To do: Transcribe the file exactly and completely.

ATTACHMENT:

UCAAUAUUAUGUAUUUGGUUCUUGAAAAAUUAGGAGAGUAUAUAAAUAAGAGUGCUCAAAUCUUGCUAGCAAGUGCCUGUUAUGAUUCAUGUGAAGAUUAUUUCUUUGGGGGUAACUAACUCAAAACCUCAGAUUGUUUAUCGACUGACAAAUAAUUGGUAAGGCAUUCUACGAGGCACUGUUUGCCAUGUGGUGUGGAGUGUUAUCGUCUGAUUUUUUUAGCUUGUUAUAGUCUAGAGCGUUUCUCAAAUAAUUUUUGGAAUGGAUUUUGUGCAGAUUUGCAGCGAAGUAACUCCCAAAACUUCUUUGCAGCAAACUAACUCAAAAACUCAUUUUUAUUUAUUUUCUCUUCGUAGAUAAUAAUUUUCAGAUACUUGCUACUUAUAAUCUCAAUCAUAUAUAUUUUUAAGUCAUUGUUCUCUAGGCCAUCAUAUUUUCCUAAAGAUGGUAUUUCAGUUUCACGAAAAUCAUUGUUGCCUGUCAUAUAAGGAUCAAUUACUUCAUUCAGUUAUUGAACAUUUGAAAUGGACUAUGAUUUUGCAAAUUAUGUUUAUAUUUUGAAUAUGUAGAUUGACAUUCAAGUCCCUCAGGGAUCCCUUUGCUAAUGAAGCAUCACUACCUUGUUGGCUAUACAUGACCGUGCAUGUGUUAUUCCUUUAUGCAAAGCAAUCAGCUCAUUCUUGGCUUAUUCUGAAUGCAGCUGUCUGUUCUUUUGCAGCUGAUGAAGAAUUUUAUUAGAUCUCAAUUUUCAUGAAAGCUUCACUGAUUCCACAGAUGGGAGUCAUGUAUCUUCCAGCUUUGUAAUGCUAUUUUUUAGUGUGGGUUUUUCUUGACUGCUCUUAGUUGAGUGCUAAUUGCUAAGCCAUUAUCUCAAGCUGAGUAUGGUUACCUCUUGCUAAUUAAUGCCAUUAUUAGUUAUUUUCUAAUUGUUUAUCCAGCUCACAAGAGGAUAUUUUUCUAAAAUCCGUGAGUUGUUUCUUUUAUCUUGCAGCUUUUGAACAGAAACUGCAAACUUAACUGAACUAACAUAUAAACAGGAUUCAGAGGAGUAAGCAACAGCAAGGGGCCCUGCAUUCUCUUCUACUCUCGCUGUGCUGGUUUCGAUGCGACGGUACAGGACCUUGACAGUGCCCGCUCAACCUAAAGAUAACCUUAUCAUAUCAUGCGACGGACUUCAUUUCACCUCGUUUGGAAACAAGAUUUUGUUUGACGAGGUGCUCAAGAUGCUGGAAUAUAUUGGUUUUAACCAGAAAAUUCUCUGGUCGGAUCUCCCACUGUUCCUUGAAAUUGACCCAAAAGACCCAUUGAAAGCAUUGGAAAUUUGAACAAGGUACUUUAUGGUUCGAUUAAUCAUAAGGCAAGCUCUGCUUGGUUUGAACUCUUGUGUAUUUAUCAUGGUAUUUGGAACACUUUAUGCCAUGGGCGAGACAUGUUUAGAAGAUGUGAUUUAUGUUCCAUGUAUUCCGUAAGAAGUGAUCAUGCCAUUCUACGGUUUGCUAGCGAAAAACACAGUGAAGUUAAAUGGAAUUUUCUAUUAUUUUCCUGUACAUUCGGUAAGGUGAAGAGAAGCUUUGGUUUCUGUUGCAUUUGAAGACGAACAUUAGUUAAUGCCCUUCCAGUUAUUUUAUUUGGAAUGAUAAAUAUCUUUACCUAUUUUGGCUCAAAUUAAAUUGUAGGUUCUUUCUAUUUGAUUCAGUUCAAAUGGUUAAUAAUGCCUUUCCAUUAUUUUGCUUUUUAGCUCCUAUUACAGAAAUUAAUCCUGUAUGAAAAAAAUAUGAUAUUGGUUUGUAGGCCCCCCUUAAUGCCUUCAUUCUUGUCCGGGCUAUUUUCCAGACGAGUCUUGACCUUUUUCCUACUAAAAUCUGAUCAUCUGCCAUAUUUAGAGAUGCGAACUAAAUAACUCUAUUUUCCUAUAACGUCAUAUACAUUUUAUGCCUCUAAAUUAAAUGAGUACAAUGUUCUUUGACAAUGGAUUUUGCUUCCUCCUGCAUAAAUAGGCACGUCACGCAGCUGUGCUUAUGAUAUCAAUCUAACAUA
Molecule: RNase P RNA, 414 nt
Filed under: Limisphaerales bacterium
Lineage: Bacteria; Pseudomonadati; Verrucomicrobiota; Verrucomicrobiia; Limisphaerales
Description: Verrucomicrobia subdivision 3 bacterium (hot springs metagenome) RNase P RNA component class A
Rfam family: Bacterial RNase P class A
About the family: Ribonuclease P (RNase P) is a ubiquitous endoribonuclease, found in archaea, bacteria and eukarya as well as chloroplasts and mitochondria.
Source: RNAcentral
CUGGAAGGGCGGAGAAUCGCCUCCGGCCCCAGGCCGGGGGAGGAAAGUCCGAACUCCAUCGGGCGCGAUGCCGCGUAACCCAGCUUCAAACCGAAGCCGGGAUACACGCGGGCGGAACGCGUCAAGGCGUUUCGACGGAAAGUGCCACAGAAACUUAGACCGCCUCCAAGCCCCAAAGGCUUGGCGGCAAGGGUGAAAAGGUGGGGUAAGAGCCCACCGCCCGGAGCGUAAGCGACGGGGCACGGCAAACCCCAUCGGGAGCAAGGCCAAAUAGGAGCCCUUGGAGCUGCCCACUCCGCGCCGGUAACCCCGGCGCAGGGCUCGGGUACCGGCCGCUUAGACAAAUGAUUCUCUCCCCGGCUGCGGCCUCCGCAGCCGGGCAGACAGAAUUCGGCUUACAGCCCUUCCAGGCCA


UCAAUAUUAUGUAUUUGGUUCUUGAAAAAUUAGGAGAGUAUAUAAAUAAGAGUGCUCAAAUCUUGCUAGCAAGUGCCUGUUAUGAUUCAUGUGAAGAUUAUUUCUUUGGGGGUAACUAACUCAAAACCUCAGAUUGUUUAUCGACUGACAAAUAAUUGGUAAGGCAUUCUACGAGGCACUGUUUGCCAUGUGGUGUGGAGUGUUAUCGUCUGAUUUUUUUAGCUUGUUAUAGUCUAGAGCGUUUCUCAAAUAAUUUUUGGAAUGGAUUUUGUGCAGAUUUGCAGCGAAGUAACUCCCAAAACUUCUUUGCAGCAAACUAACUCAAAAACUCAUUUUUAUUUAUUUUCUCUUCGUAGAUAAUAAUUUUCAGAUACUUGCUACUUAUAAUCUCAAUCAUAUAUAUUUUUAAGUCAUUGUUCUCUAGGCCAUCAUAUUUUCCUAAAGAUGGUAUUUCAGUUUCACGAAAAUCAUUGUUGCCUGUCAUAUAAGGAUCAAUUACUUCAUUCAGUUAUUGAACAUUUGAAAUGGACUAUGAUUUUGCAAAUUAUGUUUAUAUUUUGAAUAUGUAGAUUGACAUUCAAGUCCCUCAGGGAUCCCUUUGCUAAUGAAGCAUCACUACCUUGUUGGCUAUACAUGACCGUGCAUGUGUUAUUCCUUUAUGCAAAGCAAUCAGCUCAUUCUUGGCUUAUUCUGAAUGCAGCUGUCUGUUCUUUUGCAGCUGAUGAAGAAUUUUAUUAGAUCUCAAUUUUCAUGAAAGCUUCACUGAUUCCACAGAUGGGAGUCAUGUAUCUUCCAGCUUUGUAAUGCUAUUUUUUAGUGUGGGUUUUUCUUGACUGCUCUUAGUUGAGUGCUAAUUGCUAAGCCAUUAUCUCAAGCUGAGUAUGGUUACCUCUUGCUAAUUAAUGCCAUUAUUAGUUAUUUUCUAAUUGUUUAUCCAGCUCACAAGAGGAUAUUUUUCUAAAAUCCGUGAGUUGUUUCUUUUAUCUUGCAGCUUUUGAACAGAAACUGCAAACUUAACUGAACUAACAUAUAAACAGGAUUCAGAGGAGUAAGCAACAGCAAGGGGCCCUGCAUUCUCUUCUACUCUCGCUGUGCUGGUUUCGAUGCGACGGUACAGGACCUUGACAGUGCCCGCUCAACCUAAAGAUAACCUUAUCAUAUCAUGCGACGGACUUCAUUUCACCUCGUUUGGAAACAAGAUUUUGUUUGACGAGGUGCUCAAGAUGCUGGAAUAUAUUGGUUUUAACCAGAAAAUUCUCUGGUCGGAUCUCCCACUGUUCCUUGAAAUUGACCCAAAAGACCCAUUGAAAGCAUUGGAAAUUUGAACAAGGUACUUUAUGGUUCGAUUAAUCAUAAGGCAAGCUCUGCUUGGUUUGAACUCUUGUGUAUUUAUCAUGGUAUUUGGAACACUUUAUGCCAUGGGCGAGACAUGUUUAGAAGAUGUGAUUUAUGUUCCAUGUAUUCCGUAAGAAGUGAUCAUGCCAUUCUACGGUUUGCUAGCGAAAAACACAGUGAAGUUAAAUGGAAUUUUCUAUUAUUUUCCUGUACAUUCGGUAAGGUGAAGAGAAGCUUUGGUUUCUGUUGCAUUUGAAGACGAACAUUAGUUAAUGCCCUUCCAGUUAUUUUAUUUGGAAUGAUAAAUAUCUUUACCUAUUUUGGCUCAAAUUAAAUUGUAGGUUCUUUCUAUUUGAUUCAGUUCAAAUGGUUAAUAAUGCCUUUCCAUUAUUUUGCUUUUUAGCUCCUAUUACAGAAAUUAAUCCUGUAUGAAAAAAAUAUGAUAUUGGUUUGUAGGCCCCCCUUAAUGCCUUCAUUCUUGUCCGGGCUAUUUUCCAGACGAGUCUUGACCUUUUUCCUACUAAAAUCUGAUCAUCUGCCAUAUUUAGAGAUGCGAACUAAAUAACUCUAUUUUCCUAUAACGUCAUAUACAUUUUAUGCCUCUAAAUUAAAUGAGUACAAUGUUCUUUGACAAUGGAUUUUGCUUCCUCCUGCAUAAAUAGGCACGUCACGCAGCUGUGCUUAUGAUAUCAAUCUAACAUA
Molecule: RNase P RNA, 414 nt
Filed under: Limisphaerales bacterium
Lineage: Bacteria; Pseudomonadati; Verrucomicrobiota; Verrucomicrobiia; Limisphaerales
Description: Verrucomicrobia subdivision 3 bacterium (hot springs metagenome) RNase P RNA component class A
Rfam family: Bacterial RNase P class A
About the family: Ribonuclease P (RNase P) is a ubiquitous endoribonuclease, found in archaea, bacteria and eukarya as well as chloroplasts and mitochondria.
Source: RNAcentral
CUGGAAGGGCGGAGAAUCGCCUCCGGCCCCAGGCCGGGGGAGGAAAGUCCGAACUCCAUCGGGCGCGAUGCCGCGUAACCCAGCUUCAAACCGAAGCCGGGAUACACGCGGGCGGAACGCGUCAAGGCGUUUCGACGGAAAGUGCCACAGAAACUUAGACCGCCUCCAAGCCCCAAAGGCUUGGCGGCAAGGGUGAAAAGGUGGGGUAAGAGCCCACCGCCCGGAGCGUAAGCGACGGGGCACGGCAAACCCCAUCGGGAGCAAGGCCAAAUAGGAGCCCUUGGAGCUGCCCACUCCGCGCCGGUAACCCCGGCGCAGGGCUCGGGUACCGGCCGCUUAGACAAAUGAUUCUCUCCCCGGCUGCGGCCUCCGCAGCCGGGCAGACAGAAUUCGGCUUACAGCCCUUCCAGGCCA